One thing about Girls on Fire: it tries. There's a definite air of professionalism to this film-production values are quite good, a number of locations are used and the attractive cast gives their all. It's unfortunate then, that Girls On Fire is somewhat of a disappointment.
Taking a tip from some Like It Hot and the great Every Woman Has A Fantasy, Girls on Fire delves into that unusual premise of cross-dressing men wearing women's clothing.
In this scenario, James Gillis and Bobby Bullock are two aggressive insurance investigators are on the lam from the mob after they seduce a kingpin's wife. They find themselves in a lingerie studio —populated by an array of arresting women— and decide to don women's clothes in order to keep out of sight. The situation calls for many "wacky" and "sexy" incidents.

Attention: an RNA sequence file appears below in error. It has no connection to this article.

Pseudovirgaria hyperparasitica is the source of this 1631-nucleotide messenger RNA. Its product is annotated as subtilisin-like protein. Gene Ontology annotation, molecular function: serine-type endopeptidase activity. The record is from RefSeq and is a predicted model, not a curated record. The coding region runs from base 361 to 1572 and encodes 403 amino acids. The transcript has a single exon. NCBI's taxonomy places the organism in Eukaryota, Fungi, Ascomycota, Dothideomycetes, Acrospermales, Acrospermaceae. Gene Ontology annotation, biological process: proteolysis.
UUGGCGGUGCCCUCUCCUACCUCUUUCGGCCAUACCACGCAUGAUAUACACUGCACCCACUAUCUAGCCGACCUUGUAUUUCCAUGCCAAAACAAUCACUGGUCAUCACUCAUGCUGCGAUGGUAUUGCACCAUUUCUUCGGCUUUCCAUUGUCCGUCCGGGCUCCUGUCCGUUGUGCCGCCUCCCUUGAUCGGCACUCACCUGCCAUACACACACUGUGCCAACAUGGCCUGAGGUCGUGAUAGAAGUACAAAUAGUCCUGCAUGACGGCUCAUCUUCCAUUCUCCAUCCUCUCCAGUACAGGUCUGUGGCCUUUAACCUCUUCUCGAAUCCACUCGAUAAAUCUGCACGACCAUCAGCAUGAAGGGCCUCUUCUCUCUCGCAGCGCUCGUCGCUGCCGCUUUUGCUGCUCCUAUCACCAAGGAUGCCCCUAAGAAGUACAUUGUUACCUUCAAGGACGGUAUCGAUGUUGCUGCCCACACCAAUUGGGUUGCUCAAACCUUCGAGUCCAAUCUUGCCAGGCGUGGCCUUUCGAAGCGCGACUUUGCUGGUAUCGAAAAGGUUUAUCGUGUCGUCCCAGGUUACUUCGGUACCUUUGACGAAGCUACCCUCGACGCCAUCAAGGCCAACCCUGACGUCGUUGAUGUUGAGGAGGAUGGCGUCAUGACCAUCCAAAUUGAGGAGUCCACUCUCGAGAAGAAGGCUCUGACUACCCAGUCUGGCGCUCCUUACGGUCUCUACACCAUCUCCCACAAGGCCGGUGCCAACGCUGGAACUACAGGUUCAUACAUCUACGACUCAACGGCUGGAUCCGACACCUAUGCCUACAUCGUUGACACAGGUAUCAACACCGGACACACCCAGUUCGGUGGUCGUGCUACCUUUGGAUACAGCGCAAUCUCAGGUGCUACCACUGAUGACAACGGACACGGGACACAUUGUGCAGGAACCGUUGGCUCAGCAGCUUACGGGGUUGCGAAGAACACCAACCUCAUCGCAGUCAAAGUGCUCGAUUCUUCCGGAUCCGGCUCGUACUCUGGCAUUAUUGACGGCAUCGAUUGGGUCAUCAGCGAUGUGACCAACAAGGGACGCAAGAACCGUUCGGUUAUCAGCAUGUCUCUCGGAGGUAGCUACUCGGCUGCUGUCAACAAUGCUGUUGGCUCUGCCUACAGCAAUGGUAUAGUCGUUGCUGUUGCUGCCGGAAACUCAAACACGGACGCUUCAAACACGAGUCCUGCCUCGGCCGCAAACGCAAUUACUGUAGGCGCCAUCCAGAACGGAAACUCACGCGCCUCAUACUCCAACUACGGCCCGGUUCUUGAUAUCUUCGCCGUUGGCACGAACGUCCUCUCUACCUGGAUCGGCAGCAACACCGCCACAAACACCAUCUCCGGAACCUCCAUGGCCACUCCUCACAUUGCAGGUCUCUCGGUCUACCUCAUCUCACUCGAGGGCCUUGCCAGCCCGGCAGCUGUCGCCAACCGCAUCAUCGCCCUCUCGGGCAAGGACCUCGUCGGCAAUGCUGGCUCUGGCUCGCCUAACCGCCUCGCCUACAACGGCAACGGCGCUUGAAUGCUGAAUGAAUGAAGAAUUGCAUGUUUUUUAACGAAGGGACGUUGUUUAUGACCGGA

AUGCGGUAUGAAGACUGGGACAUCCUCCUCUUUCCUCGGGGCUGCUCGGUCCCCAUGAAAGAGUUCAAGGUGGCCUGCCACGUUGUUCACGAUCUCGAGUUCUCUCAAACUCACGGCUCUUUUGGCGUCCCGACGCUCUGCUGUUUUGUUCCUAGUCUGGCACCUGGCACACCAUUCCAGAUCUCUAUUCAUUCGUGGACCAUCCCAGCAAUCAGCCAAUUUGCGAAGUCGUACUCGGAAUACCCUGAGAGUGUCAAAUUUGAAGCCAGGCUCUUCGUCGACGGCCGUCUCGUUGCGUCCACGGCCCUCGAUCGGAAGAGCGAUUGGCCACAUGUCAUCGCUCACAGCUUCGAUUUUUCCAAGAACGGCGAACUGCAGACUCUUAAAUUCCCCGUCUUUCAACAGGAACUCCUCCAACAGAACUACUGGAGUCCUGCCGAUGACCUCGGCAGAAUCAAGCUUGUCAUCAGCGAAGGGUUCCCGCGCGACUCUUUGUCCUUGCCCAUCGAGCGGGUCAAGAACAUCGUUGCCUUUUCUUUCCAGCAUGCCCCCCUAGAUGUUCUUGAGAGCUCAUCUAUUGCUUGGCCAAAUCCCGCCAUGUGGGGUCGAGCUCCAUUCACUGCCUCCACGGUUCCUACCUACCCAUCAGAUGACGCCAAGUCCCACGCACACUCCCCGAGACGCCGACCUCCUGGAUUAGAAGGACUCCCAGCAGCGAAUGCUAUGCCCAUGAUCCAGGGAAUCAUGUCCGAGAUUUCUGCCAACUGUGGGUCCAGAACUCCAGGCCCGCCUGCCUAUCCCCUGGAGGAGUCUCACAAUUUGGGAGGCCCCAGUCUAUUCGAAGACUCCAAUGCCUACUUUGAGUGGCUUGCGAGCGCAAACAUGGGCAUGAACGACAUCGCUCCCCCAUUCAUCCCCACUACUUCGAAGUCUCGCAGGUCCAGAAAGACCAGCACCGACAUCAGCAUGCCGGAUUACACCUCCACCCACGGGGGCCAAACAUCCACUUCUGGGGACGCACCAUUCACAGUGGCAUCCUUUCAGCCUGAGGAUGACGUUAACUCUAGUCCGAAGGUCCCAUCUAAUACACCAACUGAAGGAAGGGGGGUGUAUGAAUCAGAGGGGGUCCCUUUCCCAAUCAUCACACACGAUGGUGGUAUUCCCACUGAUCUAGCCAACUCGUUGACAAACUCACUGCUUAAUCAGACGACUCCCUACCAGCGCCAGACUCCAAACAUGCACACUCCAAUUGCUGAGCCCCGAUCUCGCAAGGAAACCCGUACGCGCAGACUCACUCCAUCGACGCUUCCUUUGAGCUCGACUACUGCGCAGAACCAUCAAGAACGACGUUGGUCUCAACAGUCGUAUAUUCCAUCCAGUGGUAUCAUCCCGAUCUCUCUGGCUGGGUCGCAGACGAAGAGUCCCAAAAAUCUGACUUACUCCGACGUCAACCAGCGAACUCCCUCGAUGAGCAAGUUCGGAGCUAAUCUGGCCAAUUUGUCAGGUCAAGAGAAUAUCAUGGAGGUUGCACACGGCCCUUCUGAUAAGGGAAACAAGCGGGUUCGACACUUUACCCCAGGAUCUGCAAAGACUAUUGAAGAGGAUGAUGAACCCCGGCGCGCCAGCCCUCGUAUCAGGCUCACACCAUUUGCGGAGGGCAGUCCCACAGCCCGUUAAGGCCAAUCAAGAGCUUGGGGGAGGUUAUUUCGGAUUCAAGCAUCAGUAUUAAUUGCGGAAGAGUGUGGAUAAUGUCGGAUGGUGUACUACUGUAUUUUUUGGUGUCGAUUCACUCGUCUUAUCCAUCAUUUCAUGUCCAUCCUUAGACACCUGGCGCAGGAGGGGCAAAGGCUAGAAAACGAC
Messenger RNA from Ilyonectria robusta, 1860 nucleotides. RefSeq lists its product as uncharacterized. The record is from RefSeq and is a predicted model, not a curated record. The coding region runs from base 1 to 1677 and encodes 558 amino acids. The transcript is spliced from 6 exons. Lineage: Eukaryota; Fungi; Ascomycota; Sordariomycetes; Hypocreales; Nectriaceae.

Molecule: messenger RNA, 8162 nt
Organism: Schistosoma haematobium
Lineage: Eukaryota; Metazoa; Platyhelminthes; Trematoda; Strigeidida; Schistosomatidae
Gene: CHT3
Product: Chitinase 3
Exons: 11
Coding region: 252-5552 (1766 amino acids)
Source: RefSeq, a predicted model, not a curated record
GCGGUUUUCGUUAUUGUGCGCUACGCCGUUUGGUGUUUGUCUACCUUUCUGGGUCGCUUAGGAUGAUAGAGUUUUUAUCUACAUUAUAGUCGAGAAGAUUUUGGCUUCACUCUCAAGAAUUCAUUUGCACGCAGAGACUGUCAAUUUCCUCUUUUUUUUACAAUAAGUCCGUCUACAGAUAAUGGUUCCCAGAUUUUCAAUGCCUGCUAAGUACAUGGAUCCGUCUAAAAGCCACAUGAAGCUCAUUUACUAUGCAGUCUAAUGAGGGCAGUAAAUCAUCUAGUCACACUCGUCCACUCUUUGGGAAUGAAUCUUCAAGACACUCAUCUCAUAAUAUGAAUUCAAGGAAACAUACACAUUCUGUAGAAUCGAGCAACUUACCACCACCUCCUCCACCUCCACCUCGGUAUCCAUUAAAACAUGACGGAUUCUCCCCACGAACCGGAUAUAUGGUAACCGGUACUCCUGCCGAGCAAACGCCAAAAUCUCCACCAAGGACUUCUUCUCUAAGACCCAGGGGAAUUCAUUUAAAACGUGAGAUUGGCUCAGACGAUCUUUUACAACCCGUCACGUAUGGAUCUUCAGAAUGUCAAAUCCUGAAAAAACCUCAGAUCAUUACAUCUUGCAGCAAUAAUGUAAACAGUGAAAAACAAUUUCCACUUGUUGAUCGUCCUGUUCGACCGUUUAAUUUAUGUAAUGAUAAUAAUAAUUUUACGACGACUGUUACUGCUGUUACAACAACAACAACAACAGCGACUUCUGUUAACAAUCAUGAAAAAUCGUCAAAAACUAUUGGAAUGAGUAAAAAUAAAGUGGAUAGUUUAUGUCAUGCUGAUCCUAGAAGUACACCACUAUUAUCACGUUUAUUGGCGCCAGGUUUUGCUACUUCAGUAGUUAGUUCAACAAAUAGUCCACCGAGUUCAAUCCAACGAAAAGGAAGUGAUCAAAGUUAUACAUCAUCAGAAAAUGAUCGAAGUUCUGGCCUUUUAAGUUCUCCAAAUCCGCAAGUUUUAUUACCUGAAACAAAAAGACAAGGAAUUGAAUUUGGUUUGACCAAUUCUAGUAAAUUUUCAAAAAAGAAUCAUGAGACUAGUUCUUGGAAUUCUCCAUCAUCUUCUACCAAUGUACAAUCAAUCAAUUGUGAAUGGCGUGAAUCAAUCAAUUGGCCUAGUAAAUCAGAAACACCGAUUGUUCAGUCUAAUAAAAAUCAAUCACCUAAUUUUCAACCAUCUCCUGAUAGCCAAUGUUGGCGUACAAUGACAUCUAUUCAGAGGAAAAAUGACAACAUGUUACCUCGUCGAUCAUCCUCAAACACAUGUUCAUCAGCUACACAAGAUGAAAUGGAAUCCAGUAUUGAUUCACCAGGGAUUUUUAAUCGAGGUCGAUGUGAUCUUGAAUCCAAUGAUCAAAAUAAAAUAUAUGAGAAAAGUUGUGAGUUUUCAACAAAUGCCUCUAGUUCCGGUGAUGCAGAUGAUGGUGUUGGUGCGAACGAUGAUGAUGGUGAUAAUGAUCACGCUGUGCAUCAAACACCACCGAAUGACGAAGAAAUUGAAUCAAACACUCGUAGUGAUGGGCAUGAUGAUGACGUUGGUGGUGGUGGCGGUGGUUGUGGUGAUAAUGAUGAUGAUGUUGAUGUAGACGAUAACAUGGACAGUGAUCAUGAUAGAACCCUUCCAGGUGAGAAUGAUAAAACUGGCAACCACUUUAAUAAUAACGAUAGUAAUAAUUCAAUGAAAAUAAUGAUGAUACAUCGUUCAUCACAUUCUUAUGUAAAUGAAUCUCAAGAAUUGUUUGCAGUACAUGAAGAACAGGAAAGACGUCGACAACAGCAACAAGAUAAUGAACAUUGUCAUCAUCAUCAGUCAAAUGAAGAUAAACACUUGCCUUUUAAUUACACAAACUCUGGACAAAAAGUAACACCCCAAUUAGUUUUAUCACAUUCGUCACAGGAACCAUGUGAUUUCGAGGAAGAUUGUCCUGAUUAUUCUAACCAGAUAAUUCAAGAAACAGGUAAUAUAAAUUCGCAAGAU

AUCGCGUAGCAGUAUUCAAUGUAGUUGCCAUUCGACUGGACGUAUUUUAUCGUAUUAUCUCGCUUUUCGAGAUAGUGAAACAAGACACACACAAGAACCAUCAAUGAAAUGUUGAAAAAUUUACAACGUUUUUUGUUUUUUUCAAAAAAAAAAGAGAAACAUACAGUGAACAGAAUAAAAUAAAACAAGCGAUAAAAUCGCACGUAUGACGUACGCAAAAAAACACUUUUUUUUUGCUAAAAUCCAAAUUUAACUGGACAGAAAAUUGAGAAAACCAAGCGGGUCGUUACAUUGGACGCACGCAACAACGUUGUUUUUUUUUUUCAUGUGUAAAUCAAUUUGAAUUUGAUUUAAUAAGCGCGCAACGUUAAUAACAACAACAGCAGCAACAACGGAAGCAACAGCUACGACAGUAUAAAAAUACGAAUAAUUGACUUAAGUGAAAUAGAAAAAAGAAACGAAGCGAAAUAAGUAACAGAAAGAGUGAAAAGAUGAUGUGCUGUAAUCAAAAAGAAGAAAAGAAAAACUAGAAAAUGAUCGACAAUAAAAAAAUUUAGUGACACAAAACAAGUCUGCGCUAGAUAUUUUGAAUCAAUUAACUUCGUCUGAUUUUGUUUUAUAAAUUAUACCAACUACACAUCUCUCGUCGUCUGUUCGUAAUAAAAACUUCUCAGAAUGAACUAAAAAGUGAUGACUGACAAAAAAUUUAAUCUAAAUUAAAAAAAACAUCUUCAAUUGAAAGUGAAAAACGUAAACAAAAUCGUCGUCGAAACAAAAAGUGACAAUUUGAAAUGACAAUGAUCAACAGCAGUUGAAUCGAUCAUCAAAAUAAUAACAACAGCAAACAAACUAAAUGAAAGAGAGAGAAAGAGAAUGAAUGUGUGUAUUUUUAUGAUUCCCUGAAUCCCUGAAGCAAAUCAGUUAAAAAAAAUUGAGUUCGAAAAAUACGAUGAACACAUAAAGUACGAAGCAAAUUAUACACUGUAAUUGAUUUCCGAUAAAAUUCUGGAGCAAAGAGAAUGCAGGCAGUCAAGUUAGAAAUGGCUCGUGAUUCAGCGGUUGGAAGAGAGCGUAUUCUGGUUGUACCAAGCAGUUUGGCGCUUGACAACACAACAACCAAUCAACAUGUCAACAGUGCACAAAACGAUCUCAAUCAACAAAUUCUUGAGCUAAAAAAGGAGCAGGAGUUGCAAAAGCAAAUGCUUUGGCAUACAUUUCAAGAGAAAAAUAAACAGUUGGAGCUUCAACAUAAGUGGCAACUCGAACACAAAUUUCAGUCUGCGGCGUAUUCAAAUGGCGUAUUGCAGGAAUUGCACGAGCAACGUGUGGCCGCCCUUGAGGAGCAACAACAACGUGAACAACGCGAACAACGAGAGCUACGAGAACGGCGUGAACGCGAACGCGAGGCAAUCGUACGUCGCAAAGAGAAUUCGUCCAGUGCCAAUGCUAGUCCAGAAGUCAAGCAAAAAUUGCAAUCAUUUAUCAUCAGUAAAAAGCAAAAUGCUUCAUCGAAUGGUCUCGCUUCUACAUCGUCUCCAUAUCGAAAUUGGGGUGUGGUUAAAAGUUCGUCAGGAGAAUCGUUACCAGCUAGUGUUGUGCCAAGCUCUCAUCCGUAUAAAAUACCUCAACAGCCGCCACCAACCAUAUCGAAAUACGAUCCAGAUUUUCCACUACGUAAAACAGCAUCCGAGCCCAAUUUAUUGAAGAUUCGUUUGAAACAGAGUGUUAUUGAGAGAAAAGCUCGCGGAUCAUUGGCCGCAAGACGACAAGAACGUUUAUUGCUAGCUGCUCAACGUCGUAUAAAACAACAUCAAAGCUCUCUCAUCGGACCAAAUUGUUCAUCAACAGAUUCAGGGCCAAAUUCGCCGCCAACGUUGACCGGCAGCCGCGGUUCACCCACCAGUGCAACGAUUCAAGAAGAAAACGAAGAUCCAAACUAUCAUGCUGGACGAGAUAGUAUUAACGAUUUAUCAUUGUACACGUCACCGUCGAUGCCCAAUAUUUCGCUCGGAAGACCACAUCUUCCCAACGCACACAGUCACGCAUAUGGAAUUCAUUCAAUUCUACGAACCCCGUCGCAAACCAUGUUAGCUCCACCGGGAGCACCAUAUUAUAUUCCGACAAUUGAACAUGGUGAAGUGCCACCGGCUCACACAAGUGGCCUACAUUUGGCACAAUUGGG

A feeling of deja vu might overcome the viewer who has seen Every Woman Has A Fantasy and G-Strings. And when two hitmen get into the act, Girls on Fire becomes a comedy that really wants to be funny, but isn't.
In the sex department, most of the scenes ramble on too long, as if director Jack Remy needed them to cover the hackneyed plot. It's a shame, since there are some genuinely stimulating encounters, particularly from the likes of wild Ginger Lynn, and gorgeous Angel with Gillis and Bullock.
Still, Girls on Fire is a professionally rendered erotic excursion with some memorable moments, and a battery of the most alluring lingerie that you'll ever see. too bad that the men in the story had to start tinkering with the stuff.